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India's approach to privacy and data protection is about to undergo a significant transformation with the introduction of the Digital Personal Data Protection Act 2023. This new law has important rules for businesses that handle a lot of personal data, especially major tech companies like Google, Meta (the parent company of WhatsApp and Instagram), and others.
These companies will have extra responsibilities, such as naming a data protection officer, hiring an independent data auditor, doing assessments to protect data, and following other rules. All of these changes are aimed at making sure your data is safer online, which is especially important considering recent incidents of data breaches and misuse.
One of the most crucial things this act addresses is protecting the personal information of kids and young adults, who are a big group of customers for major tech companies in India. The act says these companies have to get permission from parents or legal guardians before they use the personal info of people under 18. It also stops companies from using data in ways that could harm a child. The act gives some flexibility, so the government can decide to let companies process data from younger kids if it's safe to do so. This is done to making sure that data of users of big tech products is handled more carefully.
Supratim Chakraborty, Partner at Khaitan & Co. said, "The impending enactment of the Digital Personal Data Protection Act 2023 is poised to bring about a profound transformation in India's privacy and data protection compliance landscape. A pivotal facet of this legislation revolves around bolstering obligations for enterprises engaged in the processing of substantial volumes of personal data, and thereby likely to be designated as ‘significant data fiduciaries’."
He further explained big tech companies will also fall into the ambit of the new law," Consequently, major tech conglomerates are likely to fall within this classification and will be responsible for enhanced responsibilities. Foremost among these new obligations is the requirement to designate a resident data protection officer. Additionally, they must appoint an independent data auditor, undertake data protection impact assessments, and comply with other measures as may be prescribed under the forthcoming legislation."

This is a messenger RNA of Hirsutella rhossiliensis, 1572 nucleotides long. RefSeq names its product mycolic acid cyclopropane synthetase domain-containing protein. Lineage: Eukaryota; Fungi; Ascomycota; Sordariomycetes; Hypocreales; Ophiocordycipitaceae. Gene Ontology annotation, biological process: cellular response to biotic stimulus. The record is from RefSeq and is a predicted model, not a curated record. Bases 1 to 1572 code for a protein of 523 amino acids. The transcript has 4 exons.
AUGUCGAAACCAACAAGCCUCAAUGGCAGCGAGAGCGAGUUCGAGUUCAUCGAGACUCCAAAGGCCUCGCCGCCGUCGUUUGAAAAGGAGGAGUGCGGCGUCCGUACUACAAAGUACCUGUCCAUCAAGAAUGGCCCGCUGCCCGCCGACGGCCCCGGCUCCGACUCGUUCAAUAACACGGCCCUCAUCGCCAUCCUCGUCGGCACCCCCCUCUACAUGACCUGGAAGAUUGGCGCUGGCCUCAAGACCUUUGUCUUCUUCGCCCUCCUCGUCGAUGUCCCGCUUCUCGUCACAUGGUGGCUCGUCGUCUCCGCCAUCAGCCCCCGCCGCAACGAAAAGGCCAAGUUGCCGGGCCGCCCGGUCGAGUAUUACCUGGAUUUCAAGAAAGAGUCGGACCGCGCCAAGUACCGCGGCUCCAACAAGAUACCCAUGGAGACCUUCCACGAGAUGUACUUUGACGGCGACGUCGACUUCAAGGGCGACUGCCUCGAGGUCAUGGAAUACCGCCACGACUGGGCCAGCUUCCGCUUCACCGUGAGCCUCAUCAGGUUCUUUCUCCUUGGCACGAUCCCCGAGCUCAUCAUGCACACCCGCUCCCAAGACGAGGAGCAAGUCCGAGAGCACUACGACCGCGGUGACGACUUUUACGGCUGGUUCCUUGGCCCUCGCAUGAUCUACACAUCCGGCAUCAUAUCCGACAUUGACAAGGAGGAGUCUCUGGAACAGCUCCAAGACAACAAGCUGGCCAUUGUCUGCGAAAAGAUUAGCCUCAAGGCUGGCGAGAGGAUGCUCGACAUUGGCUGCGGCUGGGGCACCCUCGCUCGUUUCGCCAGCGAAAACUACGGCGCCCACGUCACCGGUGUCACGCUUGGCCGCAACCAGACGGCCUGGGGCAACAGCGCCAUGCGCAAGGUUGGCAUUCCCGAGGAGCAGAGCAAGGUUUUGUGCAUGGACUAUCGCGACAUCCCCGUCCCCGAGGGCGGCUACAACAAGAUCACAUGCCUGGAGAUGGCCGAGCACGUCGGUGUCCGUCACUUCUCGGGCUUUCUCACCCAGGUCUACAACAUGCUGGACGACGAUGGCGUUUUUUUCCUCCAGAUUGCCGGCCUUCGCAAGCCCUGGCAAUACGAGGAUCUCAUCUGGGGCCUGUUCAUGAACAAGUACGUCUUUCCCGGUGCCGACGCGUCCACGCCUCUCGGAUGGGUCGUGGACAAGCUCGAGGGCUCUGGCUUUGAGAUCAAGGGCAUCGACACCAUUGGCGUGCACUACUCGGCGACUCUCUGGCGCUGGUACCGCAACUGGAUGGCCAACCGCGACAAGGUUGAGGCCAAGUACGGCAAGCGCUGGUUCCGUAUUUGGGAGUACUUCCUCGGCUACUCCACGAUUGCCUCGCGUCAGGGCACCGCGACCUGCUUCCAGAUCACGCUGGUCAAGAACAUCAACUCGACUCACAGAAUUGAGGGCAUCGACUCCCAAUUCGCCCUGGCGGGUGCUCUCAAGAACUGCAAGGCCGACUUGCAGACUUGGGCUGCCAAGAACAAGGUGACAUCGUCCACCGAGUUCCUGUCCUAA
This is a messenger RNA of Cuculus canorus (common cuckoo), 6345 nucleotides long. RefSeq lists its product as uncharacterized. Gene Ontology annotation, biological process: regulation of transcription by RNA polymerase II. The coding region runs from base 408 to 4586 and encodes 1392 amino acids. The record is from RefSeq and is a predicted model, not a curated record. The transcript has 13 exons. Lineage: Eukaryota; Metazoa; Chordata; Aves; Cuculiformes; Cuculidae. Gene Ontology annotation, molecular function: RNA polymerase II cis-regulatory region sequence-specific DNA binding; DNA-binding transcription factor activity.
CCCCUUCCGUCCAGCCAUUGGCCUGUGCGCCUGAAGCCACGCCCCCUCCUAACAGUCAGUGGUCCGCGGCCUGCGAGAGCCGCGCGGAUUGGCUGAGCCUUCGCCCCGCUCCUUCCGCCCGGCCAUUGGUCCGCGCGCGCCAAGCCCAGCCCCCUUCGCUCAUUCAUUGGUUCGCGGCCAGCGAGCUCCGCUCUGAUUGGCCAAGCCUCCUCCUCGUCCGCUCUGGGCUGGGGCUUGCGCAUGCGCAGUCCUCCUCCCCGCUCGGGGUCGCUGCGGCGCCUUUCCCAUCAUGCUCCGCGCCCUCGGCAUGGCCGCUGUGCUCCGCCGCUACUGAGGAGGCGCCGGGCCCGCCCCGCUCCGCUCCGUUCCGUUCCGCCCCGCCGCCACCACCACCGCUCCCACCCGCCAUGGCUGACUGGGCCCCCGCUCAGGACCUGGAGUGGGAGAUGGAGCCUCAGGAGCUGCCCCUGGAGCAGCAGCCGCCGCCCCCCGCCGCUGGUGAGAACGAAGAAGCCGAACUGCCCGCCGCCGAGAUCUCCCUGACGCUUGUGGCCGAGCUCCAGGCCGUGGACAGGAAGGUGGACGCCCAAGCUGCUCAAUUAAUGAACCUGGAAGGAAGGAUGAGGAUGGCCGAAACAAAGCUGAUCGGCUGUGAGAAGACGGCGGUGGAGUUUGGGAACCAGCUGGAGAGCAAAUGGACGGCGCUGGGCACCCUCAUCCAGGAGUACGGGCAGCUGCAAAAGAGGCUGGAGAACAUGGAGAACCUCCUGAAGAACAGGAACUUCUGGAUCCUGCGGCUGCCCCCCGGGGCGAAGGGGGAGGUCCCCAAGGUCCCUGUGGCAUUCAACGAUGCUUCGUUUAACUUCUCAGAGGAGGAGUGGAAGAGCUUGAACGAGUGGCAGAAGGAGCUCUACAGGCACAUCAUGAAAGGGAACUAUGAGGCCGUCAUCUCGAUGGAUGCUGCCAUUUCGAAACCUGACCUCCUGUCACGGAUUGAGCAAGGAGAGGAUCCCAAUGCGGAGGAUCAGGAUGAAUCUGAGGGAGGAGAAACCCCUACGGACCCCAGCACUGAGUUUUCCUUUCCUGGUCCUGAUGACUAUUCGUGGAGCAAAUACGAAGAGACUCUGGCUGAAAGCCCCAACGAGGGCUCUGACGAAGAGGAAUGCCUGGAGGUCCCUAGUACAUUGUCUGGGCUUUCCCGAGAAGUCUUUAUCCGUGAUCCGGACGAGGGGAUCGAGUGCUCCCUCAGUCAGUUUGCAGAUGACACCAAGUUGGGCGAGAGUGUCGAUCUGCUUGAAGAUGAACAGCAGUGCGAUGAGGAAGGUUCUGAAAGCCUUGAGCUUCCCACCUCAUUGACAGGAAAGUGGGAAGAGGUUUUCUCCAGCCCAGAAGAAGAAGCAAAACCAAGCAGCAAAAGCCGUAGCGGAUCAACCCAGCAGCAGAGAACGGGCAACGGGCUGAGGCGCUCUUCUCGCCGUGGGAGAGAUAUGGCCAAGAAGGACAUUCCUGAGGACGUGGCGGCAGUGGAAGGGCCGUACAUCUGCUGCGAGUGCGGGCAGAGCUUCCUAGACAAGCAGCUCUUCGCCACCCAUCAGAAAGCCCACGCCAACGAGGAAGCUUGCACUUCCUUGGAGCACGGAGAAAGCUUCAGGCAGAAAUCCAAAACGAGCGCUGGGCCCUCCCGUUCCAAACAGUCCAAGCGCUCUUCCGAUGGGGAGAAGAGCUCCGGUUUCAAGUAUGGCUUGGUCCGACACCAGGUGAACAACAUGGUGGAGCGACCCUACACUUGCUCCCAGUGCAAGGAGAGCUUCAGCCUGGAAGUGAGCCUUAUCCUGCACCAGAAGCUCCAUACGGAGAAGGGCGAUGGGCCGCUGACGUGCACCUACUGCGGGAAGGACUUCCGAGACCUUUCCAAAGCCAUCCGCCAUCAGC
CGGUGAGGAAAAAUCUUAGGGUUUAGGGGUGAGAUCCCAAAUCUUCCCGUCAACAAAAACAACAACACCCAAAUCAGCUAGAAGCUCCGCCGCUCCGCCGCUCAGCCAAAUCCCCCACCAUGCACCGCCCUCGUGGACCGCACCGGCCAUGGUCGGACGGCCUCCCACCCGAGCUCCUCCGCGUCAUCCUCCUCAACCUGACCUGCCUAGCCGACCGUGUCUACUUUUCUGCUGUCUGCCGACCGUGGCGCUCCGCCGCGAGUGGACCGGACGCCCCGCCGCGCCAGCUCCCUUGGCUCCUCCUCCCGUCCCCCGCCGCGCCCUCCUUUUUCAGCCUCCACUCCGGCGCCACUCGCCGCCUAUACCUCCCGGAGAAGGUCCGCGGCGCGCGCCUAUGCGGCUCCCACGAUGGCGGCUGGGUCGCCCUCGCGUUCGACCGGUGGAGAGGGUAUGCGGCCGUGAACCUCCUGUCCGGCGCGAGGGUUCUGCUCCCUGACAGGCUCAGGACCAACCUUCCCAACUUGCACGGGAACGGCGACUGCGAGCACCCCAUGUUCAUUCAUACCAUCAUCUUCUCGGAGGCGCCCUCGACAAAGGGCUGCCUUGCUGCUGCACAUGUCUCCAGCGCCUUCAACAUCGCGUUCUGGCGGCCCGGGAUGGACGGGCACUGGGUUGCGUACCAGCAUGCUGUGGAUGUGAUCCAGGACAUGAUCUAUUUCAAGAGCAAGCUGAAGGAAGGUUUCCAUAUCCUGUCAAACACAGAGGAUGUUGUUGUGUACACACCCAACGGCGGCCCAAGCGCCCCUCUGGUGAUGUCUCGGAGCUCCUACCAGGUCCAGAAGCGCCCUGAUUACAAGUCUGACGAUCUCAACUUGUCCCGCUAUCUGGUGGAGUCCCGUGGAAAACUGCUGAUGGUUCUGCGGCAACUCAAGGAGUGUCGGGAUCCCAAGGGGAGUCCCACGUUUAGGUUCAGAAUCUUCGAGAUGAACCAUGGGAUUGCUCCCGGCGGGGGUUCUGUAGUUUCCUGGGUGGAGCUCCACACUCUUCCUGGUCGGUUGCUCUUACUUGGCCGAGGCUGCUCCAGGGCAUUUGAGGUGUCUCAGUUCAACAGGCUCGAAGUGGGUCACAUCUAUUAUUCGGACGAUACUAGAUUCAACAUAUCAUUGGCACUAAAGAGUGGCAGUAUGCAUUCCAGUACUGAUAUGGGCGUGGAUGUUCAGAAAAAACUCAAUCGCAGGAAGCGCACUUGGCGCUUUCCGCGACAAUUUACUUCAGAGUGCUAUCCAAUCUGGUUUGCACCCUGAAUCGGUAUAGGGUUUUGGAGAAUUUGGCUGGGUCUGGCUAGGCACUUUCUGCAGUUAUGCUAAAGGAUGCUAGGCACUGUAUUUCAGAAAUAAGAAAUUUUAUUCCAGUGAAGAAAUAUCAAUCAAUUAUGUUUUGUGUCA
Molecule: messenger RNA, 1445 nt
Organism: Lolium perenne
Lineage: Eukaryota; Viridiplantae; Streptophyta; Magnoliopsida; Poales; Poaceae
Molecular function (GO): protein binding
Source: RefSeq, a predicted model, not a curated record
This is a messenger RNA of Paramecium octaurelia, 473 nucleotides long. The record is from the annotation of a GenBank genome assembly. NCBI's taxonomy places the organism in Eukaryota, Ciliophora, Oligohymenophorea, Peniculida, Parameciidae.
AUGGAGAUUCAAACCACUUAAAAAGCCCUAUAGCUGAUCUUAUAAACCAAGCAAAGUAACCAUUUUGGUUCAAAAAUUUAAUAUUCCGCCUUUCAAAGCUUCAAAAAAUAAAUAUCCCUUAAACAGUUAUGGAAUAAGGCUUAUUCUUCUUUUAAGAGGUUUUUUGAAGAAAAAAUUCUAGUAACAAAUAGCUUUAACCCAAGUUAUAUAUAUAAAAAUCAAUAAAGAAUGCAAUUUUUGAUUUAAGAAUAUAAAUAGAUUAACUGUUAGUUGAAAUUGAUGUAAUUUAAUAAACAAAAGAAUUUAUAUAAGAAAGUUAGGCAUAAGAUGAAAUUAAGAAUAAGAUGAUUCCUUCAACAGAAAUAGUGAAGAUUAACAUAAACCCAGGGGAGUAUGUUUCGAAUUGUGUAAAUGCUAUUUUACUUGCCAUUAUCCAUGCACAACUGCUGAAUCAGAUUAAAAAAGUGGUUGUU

The Digital Personal Data Protection Bill 2023 successfully passed through the Indian parliament and received final assent from the President of India. The groundwork for its implementation has commenced, involving consultations with fiduciaries to ensure a swift yet cautious execution. This landmark legislation comes six years after the Supreme Court's declaration of privacy as a fundamental right.
How will the Digital Data Protection Act Impact Users?
Under the new law, companies, referred to as 'data fiduciaries', are mandated to introduce safeguards for digital data obtained from individuals. In order to help users get their grievances addressed in realtime, the companies will also have to designate a Data Protection Officer. Also, users will be granted authority over their personal information. Failures to meet data security or disclosure obligations may result in fines ranging, with potential accumulative penalties for repeated violations.
The Act introduces the concept of 'consent managers', offering users a centralized interface to manage their consent. These managers are required to register with the Data Protection Board, maintaining an accountable relationship with users while having the authority to lodge complaints on their behalf.
Key rights and responsibilities outlined in the Act include access to information about data processing, correction and erasure of personal data, grievance resolution mechanisms, and the option to designate a proxy for exercising rights in exceptional cases. Conversely, users are obligated not to submit frivolous complaints or provide false information, with potential penalties for non-compliance.
The legislation marks a significant milestone in India's data protection journey and is poised to reshape compliance and data analytics strategies of tech conglomerates.
Also read: Digital Data Protection Act: A breakdown of key points
Also read: President Murmu gives assent to Digital Personal Data Protection Act 2023; see details
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